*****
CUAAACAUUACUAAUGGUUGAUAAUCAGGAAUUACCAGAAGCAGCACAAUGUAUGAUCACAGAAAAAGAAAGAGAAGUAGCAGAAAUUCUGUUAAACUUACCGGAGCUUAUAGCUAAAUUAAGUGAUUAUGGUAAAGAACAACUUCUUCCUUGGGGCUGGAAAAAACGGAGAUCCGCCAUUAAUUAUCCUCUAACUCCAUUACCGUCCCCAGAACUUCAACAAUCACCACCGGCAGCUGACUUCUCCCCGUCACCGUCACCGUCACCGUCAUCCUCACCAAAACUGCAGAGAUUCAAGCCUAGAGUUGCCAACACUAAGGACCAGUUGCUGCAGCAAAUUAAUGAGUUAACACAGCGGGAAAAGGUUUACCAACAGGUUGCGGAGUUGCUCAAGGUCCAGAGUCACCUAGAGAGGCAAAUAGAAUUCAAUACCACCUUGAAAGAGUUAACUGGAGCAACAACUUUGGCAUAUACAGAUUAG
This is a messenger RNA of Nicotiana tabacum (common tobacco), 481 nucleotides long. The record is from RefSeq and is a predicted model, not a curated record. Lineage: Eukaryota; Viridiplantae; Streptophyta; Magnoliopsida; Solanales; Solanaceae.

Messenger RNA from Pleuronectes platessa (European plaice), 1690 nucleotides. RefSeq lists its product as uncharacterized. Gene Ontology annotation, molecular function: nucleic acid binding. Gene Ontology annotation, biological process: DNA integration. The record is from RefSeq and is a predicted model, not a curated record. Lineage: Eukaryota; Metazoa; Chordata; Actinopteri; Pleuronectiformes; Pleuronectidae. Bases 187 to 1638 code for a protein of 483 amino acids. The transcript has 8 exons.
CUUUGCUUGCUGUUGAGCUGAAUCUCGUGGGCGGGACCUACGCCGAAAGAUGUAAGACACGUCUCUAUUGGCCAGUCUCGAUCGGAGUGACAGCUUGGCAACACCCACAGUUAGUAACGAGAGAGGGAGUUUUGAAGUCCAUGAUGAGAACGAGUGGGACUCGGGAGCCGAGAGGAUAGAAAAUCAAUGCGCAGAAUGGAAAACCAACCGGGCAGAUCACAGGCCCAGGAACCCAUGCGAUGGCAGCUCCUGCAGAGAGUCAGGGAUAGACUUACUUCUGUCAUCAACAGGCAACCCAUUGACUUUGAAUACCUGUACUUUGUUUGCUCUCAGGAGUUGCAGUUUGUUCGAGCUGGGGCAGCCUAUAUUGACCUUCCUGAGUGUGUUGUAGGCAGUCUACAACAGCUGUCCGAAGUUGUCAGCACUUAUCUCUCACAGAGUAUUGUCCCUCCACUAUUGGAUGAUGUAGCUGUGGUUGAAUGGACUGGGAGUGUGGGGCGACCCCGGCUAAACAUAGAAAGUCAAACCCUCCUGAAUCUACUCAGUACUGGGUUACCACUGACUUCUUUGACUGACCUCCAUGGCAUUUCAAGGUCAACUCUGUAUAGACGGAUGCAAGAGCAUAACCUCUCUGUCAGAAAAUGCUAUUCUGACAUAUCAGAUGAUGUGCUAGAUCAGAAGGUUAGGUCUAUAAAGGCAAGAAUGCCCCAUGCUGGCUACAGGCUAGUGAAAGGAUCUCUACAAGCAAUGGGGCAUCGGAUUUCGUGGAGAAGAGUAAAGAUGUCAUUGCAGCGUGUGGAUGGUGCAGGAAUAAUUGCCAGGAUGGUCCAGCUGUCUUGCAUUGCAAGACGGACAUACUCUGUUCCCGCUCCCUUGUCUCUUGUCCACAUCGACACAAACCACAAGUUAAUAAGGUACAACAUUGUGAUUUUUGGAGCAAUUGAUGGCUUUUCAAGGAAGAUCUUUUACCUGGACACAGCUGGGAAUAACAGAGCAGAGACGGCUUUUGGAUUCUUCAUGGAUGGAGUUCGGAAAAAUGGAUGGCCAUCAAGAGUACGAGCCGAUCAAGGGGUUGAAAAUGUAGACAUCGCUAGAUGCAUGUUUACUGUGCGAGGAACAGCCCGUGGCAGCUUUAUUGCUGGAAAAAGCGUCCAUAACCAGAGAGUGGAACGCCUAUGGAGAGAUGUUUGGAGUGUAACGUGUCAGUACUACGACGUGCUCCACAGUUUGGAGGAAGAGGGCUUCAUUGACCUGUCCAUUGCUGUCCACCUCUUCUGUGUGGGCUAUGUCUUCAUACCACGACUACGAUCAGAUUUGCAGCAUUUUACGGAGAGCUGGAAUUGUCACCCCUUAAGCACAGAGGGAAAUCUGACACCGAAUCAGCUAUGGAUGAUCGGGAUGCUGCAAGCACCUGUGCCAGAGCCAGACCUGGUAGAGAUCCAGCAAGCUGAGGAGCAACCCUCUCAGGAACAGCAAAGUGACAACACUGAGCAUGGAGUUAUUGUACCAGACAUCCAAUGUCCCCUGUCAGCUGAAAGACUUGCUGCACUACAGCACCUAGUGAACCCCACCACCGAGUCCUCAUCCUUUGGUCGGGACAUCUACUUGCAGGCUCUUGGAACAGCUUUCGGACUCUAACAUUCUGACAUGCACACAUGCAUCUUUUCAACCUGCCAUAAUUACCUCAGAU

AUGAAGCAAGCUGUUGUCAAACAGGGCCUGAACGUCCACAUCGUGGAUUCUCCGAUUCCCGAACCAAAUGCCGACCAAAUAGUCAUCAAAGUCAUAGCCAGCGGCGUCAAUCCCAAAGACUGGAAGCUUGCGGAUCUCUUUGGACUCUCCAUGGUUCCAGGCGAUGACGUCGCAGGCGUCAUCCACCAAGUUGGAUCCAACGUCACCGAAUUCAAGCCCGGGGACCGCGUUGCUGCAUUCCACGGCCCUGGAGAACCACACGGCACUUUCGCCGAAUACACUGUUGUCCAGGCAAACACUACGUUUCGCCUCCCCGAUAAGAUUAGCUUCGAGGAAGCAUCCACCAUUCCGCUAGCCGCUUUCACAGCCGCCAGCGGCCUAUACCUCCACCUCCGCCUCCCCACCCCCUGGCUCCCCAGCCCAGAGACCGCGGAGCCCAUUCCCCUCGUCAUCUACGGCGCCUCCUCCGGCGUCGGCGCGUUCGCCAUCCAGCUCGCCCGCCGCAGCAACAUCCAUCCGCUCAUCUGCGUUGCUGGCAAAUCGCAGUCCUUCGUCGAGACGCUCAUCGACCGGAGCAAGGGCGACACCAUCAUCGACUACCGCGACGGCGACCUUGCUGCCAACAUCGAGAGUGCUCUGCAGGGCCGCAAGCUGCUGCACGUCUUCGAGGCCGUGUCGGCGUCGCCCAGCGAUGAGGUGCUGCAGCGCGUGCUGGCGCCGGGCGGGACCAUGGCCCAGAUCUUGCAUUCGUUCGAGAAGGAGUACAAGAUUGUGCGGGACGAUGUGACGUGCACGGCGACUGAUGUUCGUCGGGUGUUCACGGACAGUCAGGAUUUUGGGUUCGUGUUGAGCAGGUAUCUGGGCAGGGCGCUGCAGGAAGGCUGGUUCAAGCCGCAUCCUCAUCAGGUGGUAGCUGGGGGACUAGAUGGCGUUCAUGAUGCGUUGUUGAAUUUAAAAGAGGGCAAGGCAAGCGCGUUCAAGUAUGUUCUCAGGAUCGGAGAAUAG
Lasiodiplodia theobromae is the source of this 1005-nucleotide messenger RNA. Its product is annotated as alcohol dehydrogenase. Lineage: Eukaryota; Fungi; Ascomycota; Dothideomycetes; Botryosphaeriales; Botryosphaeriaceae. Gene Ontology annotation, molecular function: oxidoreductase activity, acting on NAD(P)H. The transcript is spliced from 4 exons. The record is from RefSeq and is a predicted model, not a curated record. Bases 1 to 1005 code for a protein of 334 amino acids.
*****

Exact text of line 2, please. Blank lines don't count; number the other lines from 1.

This is a messenger RNA of Nicotiana tabacum (common tobacco), 481 nucleotides long. The record is from RefSeq and is a predicted model, not a curated record. Lineage: Eukaryota; Viridiplantae; Streptophyta; Magnoliopsida; Solanales; Solanaceae.